Document Type

Article

Publication Title

Clean Technologies and Environmental Policy

ISSN

1618-954X

Volume

17

Issue

2

DOI

10.1007/s10098-014-0805-9

First Page

475

Last Page

484

Publication Date

2-1-2015

Abstract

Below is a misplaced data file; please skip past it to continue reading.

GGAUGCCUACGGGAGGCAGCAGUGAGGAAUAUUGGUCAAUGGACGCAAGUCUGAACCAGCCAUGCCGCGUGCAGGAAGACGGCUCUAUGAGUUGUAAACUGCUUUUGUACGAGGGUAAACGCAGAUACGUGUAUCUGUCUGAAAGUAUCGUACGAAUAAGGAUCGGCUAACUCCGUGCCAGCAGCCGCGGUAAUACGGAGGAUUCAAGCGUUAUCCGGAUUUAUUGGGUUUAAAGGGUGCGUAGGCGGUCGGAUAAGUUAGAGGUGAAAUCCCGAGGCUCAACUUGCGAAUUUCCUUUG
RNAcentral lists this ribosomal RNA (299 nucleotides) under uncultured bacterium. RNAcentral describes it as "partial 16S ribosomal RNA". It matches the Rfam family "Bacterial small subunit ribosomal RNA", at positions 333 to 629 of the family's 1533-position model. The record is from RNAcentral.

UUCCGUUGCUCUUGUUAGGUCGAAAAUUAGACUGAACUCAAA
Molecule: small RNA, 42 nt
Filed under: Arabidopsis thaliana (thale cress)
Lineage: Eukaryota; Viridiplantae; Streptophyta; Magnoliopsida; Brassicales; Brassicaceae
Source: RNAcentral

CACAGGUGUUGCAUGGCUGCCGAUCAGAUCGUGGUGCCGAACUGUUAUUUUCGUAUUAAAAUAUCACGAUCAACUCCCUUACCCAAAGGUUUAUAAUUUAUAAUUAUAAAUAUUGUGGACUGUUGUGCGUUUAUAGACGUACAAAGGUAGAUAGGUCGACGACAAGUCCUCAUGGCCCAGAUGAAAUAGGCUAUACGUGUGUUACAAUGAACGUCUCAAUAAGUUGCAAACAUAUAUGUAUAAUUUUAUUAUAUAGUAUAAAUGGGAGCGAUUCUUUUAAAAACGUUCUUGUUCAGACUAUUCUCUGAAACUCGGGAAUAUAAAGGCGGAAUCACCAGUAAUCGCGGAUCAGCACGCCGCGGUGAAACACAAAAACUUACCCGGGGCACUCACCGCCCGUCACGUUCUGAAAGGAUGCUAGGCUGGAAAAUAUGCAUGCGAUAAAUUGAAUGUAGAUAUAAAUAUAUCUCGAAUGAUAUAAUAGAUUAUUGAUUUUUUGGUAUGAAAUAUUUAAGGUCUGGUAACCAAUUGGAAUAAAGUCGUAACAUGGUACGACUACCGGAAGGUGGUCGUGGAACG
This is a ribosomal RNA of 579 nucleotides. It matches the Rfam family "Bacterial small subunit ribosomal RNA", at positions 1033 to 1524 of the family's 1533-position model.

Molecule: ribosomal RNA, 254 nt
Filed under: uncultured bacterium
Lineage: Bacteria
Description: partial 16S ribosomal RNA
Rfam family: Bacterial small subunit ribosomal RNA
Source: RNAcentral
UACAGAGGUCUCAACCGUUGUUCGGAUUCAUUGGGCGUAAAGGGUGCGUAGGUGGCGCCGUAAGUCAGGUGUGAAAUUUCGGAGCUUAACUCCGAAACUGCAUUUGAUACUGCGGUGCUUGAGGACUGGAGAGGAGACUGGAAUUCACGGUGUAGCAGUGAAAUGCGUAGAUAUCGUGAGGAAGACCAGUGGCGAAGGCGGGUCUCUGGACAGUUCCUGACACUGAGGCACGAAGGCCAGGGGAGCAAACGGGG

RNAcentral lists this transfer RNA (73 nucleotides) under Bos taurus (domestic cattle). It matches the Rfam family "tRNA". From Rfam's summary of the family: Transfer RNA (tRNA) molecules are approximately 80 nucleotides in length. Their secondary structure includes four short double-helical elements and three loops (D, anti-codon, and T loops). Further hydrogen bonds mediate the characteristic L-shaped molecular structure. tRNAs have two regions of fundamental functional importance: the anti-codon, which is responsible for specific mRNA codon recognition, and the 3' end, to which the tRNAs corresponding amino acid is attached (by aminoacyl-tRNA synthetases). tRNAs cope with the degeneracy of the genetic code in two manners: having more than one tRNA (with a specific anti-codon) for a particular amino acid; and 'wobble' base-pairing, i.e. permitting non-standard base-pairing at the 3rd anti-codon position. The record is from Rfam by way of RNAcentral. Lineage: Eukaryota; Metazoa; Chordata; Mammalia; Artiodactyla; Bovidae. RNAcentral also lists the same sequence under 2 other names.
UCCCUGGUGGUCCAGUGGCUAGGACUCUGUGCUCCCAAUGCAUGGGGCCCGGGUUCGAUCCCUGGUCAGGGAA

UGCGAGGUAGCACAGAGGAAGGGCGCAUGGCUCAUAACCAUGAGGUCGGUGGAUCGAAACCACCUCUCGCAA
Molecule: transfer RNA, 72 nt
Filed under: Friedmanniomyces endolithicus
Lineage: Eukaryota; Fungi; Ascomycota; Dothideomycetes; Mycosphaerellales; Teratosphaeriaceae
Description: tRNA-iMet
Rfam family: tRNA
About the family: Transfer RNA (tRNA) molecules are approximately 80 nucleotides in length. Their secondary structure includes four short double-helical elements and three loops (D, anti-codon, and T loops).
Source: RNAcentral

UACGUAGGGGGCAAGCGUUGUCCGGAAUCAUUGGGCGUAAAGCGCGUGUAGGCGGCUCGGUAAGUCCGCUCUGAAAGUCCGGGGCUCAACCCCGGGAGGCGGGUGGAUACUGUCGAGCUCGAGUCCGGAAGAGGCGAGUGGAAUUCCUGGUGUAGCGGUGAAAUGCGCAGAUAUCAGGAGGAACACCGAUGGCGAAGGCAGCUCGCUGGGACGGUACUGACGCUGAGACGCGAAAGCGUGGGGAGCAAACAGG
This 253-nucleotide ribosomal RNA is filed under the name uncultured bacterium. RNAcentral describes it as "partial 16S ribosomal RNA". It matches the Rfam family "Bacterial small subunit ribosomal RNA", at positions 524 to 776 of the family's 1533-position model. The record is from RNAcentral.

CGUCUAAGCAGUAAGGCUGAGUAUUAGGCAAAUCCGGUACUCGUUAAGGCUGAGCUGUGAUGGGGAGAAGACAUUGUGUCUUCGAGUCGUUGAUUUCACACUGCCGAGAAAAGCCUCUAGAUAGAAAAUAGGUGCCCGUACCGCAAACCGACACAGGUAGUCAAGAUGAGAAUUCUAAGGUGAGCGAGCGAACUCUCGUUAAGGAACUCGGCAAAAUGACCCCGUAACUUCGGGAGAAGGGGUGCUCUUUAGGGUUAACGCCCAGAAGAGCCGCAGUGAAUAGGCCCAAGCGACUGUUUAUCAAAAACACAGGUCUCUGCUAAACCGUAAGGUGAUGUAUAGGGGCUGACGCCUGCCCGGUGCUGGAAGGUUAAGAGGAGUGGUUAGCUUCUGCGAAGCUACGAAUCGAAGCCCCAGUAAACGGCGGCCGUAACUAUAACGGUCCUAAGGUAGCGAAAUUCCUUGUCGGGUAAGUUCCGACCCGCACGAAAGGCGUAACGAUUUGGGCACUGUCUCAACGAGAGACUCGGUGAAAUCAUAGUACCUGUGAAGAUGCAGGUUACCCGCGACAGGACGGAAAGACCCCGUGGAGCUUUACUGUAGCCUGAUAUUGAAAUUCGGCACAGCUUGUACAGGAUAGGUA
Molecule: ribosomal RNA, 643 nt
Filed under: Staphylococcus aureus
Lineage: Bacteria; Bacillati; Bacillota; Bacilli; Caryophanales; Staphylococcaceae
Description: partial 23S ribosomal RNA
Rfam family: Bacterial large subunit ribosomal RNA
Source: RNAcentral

With increasing installation of wind turbines, the exposure to the hazard of impact from blade fragments increases. Local authorities use setbacks to reduce the risk by limiting the distance from wind turbines to adjacent property lines and dwellings. Unduly conservative setbacks are a deterrent to wind energy development. To determine appropriate setbacks, the authors developed a fragment trajectory model based on fragment rotation and aerodynamics. The model was used to simulate fragment trajectories at various rotor speeds, with randomly generated inputs for wind speed, wind direction, rotor azimuth, and rotor break position. Four sizes of wind turbines were studied, with rated power of 750 kW, 1.5, 3 and 5 MW. A sensitivity analysis showed that a fragment trajectory is highly dependent on the input parameters. However, for multiple trajectories from a given turbine and rotor speed, the sensitivity of the impact probability to most inputs was negligible. The results indicate that the range increased with turbine rating and rotor speed. When the range was normalized by overall turbine height, the probability of impact at a particular normalized range decreases with turbine rating. Planning agencies use the normalized range for setbacks, and the results indicate that using a common setback for all turbine sizes would be reasonable. Existing setback standards of 2–3 overall turbine heights offer better than 1 in 1,000,000 probability of impact per year; however, setbacks approaching 1 turbine height will have an order of magnitude higher probability of impact.

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